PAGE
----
MReport March 2017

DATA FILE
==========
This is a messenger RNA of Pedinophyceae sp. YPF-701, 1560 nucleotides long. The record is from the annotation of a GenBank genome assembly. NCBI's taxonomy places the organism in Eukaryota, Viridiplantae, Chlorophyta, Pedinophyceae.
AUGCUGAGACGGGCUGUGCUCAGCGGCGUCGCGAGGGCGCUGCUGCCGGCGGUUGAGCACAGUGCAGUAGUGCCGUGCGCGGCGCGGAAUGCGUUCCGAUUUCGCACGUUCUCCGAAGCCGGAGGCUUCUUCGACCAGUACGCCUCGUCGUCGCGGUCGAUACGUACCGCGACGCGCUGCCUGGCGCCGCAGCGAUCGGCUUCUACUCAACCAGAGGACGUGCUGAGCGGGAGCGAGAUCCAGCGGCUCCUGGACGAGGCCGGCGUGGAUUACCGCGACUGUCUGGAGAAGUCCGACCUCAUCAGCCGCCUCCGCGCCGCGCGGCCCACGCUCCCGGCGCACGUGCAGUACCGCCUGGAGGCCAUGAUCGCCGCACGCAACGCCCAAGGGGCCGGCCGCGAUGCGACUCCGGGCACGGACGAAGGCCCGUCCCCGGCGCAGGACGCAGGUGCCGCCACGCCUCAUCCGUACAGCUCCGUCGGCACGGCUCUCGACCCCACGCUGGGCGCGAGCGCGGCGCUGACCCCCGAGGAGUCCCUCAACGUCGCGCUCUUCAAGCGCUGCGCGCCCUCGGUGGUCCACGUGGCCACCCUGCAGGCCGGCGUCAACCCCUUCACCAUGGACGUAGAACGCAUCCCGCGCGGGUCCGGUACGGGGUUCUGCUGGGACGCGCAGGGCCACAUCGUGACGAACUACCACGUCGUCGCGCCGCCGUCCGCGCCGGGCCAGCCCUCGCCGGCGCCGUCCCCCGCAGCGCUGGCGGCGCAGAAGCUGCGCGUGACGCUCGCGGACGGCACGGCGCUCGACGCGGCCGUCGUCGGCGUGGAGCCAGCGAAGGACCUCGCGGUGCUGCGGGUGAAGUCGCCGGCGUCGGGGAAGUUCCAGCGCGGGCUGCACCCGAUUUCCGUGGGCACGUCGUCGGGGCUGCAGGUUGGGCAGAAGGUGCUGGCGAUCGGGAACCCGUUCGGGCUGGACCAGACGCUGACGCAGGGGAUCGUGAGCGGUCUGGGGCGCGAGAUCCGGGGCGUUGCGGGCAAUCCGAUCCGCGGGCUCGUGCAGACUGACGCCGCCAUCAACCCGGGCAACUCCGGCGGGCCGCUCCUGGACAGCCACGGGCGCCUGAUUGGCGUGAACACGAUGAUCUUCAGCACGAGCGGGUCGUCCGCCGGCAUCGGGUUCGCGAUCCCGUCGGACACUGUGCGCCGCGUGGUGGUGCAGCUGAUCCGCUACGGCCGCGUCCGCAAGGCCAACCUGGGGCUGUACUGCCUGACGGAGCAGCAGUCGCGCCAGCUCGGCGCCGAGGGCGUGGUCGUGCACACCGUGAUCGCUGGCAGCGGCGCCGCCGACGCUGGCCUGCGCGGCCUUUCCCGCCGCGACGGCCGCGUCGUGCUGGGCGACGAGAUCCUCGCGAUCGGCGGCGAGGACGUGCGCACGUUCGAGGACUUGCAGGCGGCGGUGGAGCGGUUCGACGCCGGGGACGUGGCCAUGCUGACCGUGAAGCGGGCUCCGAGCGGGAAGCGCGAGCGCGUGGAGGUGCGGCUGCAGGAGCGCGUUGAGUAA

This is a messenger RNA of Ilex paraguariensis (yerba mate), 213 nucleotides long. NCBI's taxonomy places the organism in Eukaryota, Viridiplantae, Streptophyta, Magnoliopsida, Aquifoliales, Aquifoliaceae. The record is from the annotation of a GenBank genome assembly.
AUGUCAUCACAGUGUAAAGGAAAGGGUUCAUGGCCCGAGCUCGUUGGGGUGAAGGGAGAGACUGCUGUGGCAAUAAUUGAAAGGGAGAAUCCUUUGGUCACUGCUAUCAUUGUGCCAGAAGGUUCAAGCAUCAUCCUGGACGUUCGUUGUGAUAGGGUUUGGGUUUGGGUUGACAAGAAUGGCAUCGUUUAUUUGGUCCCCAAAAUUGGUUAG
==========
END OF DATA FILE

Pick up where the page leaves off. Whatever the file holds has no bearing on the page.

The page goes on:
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58 | TH E M R EP O RT O R I G I NAT I O N S E R V I C I N G DATA G O V E R N M E N T S E C O N DA R Y M A R K E T GOVERNMENT With Dodd-Frank on the Chopping Block, Hensarling Touts His CHOICE Act Chairman of the House Financial Services Committee Jeb Hensarling, R-Texas offers his CHOICE Act as an alternative to Dodd Frank, but Democrats staunchly oppose it. R ep. Jeb Hensarling, R- Texas, who was recently elected to a third term as Chairman of the House Financial Services Committee, appeared on two national radio talk shows to discuss H.R. 5983, a.k.a. the Financial CHOICE Act (Creating Hope and Opportunity for Investors, Consumers, and En - trepreneurs), which he introduced last June. In September, it passed through the Committee, largely along party lines. "I know it is a priority of President-elect Trump," Hensarling said on the Hugh Hewitt Show. "He has said he's committed to dismantling Dodd-Frank, and in the House Financial Services Committee we have a bill to allow him to do that. I don't think there's another bill out there today that does do that. So it is a priority of the administration, and conversations I've had at high levels of the administration, I know they're interested in using the reconciliation process." On Fox News Radio's Kilmeade & Friends, Hensarling stated, "What's interesting is even Barney Frank has indicated he would change about a half a dozen fairly significant provisions of his own namesake law, but there are so many Democrats who view this as sacred text like it came down from the tablets on Mt. Sinai and it's kind of an ideological commitment, a class warfare thing, but mean - while the big banks are getting bigger, the small banks are getting fewer and the poor beleaguered middle income American is seeing his paycheck stagnant and his sav- ings decimated. It has failed." Among the provisions of the CHOICE Act are: allowing banks that remain strongly capitalized the option to be exempt from certain regulations; more than two dozen measures aimed at providing regu - latory relief for community banks and credit unions; and a proposal for a bipartisan, five-member com- mission to lead the Consumer Financial Protection Bureau. Democrats have fought against any attempts by Republicans to roll back any part of Dodd-Frank, which the Obama administration considers to be one of its greatest triumphs. Rep. Maxine Waters (D-California), Ranking Member of the House Financial Service Committee, has been one of the most vocal critics of the CHOICE Act, calling it the "wrong choice" for America. "In response to (the devastation of the 2008 crisis), the Dodd-Frank Act made sweeping changes to our financial regulatory system so that our economy would never again be threatened by special interests," Waters said. "Yet, here we are, pretending that the crisis never happened, and considering toxic legislation that takes us in exactly the wrong direction. Let us be clear about who would benefit from the Republicans' 'wrong choice': Wall Street and other special interests who have been fighting against financial reform since before it was enacted. The regulatory roll-backs in this bill know no bounds." Americans for Financial Reform said of the CHOICE Act, "The Financial CHOICE Act would be an unprecedented blow to effective oversight of the financial sector and to fairness for consumers, investors, members of the public, and busi - nesses. This is not a serious piece of legislation. It is, however, a sad reminder of the Financial Services Committee's apparent willingness, under its current leadership, to do Wall Street's bidding with breath - taking disregard for the costs to consumers and to the safety of the financial system as a whole." Fannie Mae Backs Up Blackstone For the first time a GSE is guaranteeing the debt of an institutional investor in the single-family rental market. A Fannie Mae spokes- person confirmed in January the country's largest owner of single- family rental homes recently won its backing. The GSE agreed to backstop up to $1 billion in debt from Blackstone Group's platform Invitation Homes, the first time a government spon - sored entity has agreed to guarantee the debt of an institutional owner of single-family houses. "This transaction is a great opportunity to continue to serve the growing single-family rental market," said Pete Bakel, Financial and Executive Communications spokesman for Fannie Mae. "Today, single-family homes account for more than 50 percent of the rental market, offering individuals and families access to good neighbor - hoods, schools, and employment centers. Invitation Homes is a strong partner with deep experi- ence managing a large volume of single-family rental properties. This transaction helps us gather data and test the market to ensure we are delivering the right solutions that meet the increasing demand for single-family rental housing across all demographics." Bakel said the collaboration with "Let us be clear about who would benefit from the Republicans' 'wrong choice': Wall Street and other special interests who have been fighting against financial reform since before it was enacted." —Rep. Maxine Waters, (D-California)

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